Abe Vigoda, Lord Huron and Gamble House drop by the Singing Cowboy’s place for an indie rock shootout


The most startling revelation about Thursday night’s show at the Autry Museum was how apparently few of the hip kids know where the Autry Museum is. For the record, the house that “The Singing Cowboy” built is right across the parking lot from the L.A. Zoo in Griffith Park. And although none of the bands covered the legendary performer’s signature hit “Back in the Saddle Again” – no, not that “Back in the Saddle Again” – the trio of indie-rock acts did host a pretty good hoedown.

The modest turnout (several people I talked to weren’t familiar with the Autry, which is poised to follow other local institutions such as the Natural History Museum and the Hammer Museum into the business of presenting indie music) got pretty good value for $10, even if the sound mustered by headliners Abe Vigoda was swallowed up a bit in the vertical, echo-y atrium where the stage was erected. The space’s natural reverb suited Lord Huron perfectly – Ben Schneider and bandmates, accompanied by the Calder Quartet, played a sweeping set of tropical-flavored folk music that stole the show, highlighted at the finish when vocalist Morgan Kibby (White Sea/M83) joined the ensemble for “When Will I See You Again.”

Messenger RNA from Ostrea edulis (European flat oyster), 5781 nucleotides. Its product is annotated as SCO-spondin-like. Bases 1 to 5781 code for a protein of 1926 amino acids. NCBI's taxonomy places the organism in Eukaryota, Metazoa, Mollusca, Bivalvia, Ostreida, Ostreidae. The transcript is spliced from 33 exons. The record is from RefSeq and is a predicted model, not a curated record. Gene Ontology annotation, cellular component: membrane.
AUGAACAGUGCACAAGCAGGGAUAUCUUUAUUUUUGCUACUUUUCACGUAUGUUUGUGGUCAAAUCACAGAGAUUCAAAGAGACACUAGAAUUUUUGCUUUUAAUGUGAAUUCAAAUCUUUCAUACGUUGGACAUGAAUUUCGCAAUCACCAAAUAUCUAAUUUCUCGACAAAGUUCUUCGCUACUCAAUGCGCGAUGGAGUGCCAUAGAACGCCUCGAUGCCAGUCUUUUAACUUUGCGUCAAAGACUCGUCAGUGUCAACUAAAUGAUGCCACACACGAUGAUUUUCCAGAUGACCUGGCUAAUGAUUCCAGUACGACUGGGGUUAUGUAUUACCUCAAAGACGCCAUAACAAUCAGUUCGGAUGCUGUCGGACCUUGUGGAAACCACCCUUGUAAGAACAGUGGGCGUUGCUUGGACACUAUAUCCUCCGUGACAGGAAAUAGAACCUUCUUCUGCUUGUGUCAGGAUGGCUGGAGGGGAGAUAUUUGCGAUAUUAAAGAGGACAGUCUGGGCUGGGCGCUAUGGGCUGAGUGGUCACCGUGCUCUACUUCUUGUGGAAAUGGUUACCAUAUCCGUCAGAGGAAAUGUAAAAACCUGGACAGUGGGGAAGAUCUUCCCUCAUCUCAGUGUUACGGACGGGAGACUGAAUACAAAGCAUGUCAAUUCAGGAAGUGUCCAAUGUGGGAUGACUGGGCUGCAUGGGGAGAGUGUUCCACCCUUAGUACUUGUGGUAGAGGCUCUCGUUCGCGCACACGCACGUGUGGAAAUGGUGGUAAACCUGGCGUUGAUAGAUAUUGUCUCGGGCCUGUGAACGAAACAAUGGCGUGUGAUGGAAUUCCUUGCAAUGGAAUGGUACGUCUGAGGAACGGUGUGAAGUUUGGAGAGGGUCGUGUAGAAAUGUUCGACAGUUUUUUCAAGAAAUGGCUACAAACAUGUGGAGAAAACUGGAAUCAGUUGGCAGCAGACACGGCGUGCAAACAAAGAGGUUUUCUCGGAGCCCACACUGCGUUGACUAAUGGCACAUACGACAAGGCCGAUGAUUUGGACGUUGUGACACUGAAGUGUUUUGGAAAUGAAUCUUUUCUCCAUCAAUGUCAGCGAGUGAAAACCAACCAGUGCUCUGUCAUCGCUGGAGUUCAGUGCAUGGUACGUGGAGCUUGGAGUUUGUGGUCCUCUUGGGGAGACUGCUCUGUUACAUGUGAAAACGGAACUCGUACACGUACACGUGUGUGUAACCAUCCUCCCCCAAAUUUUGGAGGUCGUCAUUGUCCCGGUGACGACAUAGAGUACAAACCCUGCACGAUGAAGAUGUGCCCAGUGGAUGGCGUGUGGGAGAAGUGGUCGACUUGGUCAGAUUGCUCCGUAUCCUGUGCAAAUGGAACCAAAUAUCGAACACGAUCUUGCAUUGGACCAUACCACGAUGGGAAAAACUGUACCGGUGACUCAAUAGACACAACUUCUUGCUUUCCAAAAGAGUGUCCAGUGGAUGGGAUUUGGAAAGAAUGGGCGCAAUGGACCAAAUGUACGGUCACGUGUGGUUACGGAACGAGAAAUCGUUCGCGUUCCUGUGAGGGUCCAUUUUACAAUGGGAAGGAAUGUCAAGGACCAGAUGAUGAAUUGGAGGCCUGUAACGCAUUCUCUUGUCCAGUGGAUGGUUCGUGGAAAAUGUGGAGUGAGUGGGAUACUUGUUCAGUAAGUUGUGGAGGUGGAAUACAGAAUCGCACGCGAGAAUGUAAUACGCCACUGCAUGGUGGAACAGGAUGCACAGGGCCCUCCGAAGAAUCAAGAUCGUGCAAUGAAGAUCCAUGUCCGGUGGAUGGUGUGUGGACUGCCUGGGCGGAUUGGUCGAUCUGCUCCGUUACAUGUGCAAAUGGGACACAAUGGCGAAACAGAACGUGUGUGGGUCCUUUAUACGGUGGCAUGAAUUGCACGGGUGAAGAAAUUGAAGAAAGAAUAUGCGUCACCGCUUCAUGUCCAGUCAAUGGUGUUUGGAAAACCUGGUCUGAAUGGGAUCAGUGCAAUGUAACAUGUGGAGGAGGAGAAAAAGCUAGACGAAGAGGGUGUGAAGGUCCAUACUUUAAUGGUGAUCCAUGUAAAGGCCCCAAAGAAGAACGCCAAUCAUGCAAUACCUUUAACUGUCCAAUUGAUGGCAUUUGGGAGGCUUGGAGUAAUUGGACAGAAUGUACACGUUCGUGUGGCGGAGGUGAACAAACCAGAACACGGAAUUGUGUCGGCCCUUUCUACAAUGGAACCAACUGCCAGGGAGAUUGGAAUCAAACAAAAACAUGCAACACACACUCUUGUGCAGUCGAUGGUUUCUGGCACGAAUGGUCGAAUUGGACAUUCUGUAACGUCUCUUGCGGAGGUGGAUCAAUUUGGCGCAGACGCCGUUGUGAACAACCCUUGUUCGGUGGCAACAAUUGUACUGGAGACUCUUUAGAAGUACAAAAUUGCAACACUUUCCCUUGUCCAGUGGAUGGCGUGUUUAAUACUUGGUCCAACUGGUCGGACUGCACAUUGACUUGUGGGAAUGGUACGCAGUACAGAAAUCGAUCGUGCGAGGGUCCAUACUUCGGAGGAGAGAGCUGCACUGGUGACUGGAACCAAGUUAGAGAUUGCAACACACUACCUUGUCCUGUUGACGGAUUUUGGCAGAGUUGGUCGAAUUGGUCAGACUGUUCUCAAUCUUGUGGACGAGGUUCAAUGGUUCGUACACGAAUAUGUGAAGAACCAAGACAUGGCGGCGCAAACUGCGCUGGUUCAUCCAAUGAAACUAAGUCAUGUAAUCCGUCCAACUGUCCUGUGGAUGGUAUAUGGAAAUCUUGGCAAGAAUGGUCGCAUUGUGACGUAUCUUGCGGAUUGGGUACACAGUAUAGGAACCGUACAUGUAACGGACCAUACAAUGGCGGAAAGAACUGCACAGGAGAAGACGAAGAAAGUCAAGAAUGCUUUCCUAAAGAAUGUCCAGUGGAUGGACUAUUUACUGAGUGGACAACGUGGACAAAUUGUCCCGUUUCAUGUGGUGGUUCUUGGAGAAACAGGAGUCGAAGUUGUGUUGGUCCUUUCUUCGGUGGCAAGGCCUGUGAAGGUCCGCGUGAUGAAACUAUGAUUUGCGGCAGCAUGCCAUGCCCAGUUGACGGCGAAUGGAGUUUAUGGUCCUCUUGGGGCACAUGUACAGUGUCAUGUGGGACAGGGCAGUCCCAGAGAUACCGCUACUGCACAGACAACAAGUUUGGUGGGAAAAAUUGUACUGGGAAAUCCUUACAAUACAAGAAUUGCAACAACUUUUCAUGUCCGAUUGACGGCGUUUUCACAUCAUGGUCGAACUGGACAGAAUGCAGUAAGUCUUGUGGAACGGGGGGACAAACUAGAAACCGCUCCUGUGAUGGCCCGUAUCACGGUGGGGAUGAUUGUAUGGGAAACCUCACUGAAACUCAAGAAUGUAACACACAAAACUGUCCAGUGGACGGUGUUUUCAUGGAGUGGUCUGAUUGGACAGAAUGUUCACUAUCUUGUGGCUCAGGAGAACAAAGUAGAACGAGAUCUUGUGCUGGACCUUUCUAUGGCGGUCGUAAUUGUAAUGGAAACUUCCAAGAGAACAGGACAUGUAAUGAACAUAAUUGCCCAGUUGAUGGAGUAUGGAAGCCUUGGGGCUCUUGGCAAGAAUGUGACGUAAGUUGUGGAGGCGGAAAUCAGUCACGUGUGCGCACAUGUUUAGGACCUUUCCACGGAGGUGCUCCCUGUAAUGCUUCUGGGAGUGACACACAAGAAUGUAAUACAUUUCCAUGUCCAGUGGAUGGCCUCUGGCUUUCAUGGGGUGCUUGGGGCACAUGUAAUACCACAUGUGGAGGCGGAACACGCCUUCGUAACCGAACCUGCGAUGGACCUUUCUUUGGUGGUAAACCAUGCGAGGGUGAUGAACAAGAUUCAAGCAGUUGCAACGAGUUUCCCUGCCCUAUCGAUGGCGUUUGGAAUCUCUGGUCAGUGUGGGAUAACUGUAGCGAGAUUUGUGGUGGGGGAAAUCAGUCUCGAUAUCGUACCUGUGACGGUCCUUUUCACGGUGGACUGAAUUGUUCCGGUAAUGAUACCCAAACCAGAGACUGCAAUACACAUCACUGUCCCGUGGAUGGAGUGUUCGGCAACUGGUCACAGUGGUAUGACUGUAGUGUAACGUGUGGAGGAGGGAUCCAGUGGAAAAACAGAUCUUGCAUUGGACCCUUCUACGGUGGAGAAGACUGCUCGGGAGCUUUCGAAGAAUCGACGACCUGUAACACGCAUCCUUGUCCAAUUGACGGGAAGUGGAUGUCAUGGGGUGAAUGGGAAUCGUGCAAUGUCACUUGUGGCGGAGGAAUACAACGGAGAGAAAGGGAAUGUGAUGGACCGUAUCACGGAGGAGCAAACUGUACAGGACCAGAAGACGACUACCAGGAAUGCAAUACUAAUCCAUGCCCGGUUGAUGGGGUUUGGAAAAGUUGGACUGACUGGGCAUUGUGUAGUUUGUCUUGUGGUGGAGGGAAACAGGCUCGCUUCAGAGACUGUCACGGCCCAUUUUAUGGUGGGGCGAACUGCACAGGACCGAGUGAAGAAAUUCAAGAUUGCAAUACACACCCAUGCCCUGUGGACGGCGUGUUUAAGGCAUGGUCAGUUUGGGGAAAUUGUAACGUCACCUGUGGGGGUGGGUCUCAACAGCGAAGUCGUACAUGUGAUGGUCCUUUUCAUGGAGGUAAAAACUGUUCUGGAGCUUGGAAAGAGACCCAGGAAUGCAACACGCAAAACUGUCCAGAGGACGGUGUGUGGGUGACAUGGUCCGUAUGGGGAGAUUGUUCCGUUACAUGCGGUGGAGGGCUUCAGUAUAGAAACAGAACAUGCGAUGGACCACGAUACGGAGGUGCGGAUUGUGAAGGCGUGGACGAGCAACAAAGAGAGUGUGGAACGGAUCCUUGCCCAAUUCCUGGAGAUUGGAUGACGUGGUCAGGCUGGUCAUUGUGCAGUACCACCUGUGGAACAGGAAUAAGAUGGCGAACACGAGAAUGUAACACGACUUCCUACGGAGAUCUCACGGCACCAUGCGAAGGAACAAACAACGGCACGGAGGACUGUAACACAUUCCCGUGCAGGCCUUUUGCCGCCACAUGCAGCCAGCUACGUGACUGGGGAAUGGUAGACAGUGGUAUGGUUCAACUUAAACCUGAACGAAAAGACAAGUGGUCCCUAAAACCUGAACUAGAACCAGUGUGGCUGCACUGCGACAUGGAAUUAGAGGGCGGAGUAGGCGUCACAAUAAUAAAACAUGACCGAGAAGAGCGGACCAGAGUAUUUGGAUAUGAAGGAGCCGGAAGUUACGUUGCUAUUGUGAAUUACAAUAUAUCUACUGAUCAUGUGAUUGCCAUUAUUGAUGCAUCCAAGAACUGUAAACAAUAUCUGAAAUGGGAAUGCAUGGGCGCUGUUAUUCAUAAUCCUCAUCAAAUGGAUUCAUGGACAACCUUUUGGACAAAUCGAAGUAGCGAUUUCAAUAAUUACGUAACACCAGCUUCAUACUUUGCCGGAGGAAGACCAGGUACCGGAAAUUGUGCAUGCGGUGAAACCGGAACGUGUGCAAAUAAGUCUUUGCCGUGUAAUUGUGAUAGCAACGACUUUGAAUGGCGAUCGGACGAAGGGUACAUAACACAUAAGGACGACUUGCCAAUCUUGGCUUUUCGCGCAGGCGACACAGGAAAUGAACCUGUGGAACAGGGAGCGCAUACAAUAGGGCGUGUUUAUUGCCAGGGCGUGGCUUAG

L.A. quartet Gamble House, too, benefited from the acoustics during its set of orchestral pop, played out in front of a mural depicting scenes and characters from the Old West.

Not unlike other local museum shows, the vibe was relaxed. Parking was plentiful, drinks reasonable, and some of the Autry’s exhibitions were open for perusal – cool if you like to re-enact the Gunfight at the O.K. Corral, are fascinated by Old West memorabilia or Native American artifacts, or simply imagine yourself at the controls of a Gatling gun mowing down chillwave bands.

The Autry has hosted shows before – John Doe was a recent headliner, and Justin Townes Earle is on the schedule in February – but not quite for the demographic targeted by Thursday’s show. I suspect more such shows are the museum’s future.